Associate Professor of Business Administration
In my research on the antecedents of social networks in organizations, I have explored gender differences in network structure. I examined hundreds of millions of email communications in an IT company and found that women have larger and farther-reaching networks than men. Specifically, women’s local networks look the same as men’s, both in terms of size and gender distribution of contacts. But unlike men, women also possess a set of contacts with other women outside of their business units and offices.
J. Brian Quinn Professor in Technology and Strategy
In my research on gender representation of top managers in the Fortune 1000 by job function and level in the top management hierarchy, I found that as of the year 2000, women were lower down in the top management hierarchy, and were underrepresented relative to men in line and finance positions. Within the non-finance staff positions, women were overrepresented in accounting and legal, as well as in public and human relations. Based on this analysis of the pipeline to the top, we predicted that it would take many years to see a significant number of women CEO’s in the Fortune 1000 and 14 years later our predictions have turnout out to be accurate.
Tuck Centennial Professor of Finance; Founding Director, Lindenauer Center for Corporate Governance
Visiting Professor of Finance; Lindenauer Research Associate, Lindenauer Center for Corporate Governance; Research Chair Professor of Finance at the Norwegian School of Economics, Bergen, Norway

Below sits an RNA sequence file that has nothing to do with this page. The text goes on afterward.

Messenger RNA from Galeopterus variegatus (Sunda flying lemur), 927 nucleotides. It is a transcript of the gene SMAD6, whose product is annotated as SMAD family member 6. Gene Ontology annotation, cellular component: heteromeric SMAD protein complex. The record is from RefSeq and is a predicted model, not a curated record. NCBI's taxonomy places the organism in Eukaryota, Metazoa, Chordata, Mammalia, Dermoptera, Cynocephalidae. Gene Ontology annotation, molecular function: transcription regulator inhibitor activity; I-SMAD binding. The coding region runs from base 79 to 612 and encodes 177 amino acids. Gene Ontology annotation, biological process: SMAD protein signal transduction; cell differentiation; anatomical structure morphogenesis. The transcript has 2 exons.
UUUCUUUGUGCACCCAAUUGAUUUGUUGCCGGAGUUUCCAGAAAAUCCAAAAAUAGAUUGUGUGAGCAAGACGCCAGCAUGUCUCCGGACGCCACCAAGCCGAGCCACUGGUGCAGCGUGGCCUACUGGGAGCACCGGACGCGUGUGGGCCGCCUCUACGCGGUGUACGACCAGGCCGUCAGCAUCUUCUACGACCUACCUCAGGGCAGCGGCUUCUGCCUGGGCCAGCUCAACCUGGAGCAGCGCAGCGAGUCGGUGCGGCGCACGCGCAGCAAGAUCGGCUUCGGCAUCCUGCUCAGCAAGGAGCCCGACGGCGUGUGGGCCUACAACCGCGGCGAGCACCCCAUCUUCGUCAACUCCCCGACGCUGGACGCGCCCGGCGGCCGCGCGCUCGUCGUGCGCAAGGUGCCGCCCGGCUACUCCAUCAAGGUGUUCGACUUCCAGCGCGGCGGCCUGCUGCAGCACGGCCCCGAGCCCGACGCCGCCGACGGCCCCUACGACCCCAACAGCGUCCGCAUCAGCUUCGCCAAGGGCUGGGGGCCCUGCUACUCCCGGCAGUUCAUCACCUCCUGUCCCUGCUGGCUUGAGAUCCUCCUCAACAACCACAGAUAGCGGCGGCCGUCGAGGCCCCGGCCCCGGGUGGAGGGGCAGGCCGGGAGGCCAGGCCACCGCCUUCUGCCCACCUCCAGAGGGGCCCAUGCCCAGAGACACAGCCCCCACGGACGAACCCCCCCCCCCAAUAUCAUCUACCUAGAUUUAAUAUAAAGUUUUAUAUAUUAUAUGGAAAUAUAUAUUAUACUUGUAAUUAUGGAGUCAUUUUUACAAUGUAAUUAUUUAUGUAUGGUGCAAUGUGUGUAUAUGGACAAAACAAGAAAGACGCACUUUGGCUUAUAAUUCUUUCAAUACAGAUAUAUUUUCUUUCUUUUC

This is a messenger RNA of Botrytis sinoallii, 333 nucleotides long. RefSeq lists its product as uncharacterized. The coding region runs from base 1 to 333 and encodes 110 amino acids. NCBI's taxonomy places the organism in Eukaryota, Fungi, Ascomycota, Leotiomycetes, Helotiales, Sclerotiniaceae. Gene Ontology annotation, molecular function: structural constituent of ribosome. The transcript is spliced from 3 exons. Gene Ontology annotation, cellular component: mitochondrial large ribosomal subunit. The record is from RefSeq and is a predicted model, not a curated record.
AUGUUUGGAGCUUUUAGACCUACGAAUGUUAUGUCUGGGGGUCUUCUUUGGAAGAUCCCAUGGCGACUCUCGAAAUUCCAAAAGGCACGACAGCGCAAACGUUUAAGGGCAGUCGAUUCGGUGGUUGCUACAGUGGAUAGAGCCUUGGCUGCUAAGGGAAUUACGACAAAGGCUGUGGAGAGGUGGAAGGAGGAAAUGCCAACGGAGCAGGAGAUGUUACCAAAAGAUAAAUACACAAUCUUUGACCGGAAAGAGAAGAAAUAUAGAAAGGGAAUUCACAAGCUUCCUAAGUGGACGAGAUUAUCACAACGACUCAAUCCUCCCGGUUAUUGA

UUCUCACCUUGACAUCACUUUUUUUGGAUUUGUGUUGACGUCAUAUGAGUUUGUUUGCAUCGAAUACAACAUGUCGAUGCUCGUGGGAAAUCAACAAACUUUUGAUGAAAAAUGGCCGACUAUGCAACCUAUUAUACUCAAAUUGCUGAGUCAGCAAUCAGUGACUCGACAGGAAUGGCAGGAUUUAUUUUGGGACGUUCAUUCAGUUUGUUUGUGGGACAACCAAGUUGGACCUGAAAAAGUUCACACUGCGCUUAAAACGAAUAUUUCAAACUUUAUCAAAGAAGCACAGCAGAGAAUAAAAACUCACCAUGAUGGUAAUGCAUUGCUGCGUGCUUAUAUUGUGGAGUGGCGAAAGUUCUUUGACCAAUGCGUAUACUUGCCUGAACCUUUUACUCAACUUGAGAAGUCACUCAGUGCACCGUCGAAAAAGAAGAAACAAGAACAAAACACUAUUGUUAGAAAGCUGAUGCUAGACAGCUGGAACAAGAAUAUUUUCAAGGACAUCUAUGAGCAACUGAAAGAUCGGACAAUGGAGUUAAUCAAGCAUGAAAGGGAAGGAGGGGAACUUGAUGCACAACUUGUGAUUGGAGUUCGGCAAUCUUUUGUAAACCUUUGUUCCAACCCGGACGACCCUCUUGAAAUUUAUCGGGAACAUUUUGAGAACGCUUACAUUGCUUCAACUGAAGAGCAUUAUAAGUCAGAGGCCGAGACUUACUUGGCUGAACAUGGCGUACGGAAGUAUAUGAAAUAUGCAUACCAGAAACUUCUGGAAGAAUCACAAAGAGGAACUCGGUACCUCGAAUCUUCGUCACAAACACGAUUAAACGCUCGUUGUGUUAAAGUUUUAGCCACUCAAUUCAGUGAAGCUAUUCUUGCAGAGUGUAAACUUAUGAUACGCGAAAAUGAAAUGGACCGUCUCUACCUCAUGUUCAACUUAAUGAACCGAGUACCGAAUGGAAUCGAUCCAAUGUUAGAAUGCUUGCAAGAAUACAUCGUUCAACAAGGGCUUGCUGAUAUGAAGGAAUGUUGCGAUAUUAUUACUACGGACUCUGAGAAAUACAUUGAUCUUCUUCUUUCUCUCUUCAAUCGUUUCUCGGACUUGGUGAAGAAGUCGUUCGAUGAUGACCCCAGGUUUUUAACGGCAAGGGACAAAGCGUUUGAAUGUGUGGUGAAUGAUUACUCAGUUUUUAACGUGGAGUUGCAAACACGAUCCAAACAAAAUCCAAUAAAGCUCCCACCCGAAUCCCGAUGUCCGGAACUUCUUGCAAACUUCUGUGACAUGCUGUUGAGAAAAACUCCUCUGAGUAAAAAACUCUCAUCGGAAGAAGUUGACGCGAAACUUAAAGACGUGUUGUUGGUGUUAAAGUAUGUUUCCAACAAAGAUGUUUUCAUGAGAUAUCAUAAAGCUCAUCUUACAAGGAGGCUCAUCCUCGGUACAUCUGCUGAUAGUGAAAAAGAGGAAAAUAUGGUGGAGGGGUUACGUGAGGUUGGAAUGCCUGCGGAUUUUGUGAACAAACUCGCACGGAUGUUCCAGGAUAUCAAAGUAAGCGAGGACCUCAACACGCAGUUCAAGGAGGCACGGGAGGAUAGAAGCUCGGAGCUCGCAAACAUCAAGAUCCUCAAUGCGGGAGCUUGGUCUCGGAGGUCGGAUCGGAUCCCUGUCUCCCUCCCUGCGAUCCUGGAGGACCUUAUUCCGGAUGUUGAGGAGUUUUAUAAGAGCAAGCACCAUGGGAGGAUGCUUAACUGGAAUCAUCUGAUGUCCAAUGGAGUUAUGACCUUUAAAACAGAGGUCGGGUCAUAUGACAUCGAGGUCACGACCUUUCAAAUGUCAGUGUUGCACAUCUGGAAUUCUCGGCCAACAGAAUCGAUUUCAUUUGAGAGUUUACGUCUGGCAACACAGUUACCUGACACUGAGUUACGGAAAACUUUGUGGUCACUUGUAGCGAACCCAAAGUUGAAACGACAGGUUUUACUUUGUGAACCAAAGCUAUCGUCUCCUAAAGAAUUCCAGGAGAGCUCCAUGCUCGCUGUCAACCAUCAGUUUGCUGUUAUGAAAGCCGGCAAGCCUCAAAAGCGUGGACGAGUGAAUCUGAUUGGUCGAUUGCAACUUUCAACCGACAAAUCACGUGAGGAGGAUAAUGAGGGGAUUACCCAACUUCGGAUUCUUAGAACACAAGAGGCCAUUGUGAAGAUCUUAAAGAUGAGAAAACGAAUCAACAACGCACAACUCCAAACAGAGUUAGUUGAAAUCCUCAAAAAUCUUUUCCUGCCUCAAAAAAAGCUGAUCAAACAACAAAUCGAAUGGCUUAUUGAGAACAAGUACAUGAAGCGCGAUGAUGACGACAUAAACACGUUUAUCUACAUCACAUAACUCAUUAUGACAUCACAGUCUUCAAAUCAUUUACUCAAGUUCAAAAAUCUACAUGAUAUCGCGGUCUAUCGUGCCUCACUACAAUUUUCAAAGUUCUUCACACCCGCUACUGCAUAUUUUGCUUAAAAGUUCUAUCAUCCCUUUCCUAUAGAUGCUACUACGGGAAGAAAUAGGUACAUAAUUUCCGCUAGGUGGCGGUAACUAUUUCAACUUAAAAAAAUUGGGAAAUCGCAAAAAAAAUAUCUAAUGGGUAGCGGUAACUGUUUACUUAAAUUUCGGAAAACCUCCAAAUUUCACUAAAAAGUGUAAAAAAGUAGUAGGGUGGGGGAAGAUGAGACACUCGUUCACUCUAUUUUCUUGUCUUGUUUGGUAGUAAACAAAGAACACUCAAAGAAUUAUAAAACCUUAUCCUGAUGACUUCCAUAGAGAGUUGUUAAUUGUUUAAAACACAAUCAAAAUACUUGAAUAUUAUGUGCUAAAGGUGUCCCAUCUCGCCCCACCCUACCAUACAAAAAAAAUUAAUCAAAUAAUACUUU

In 2005, Norway pioneered the introduction of a board gender quota for all publicly traded Norwegian companies. The quota requires at least 40% of directors to be from each gender, and firms were given to 2008 to fully comply — or face forced liquidation (!). In our research, we examine whether the Norwegian quota, which has since been adopted throughout much of Europe, has significantly reduced the market value of the public companies listed on the Oslo Stock Exchange. Our robust empirical tests reject that the quota was reduced firm value. Moreover, using uniquely comprehensive data on director networks in Norway, we document the rise of female power in the boardroom, and the presence of spillover effects on the fraction of female chairmen and CEOs. We show that female director network power is now approaching that of male directors.
Associate Dean for Executive Education; Steven Roth Professor of Management; Faculty Director, Center for Leadership
The most significant shift in leadership is unlikely to come as a result of technology, a new game-changing theory, or changes in the way top schools prepare future leaders, says Sydney Finkelstein, Steven Roth Professor of Management. Rather it will be the inevitable result of a simple fact: Girls today are outperforming boys.
The discrepancy is so great that many colleges and universities have improved their average tests scores simply by admitting more women. It’s no longer unusual for undergraduate classes to be 60 percent female, or even more.
Today about one third of students at elite business schools are women. Finkelstein believes that percentage will increase sharply in the coming decades because the pool of qualified women is now much larger than ever before. “The march of the numbers is going to be powerful, and we’re going to see more and more women as senior executives and as CEOs,” Finkelstein says.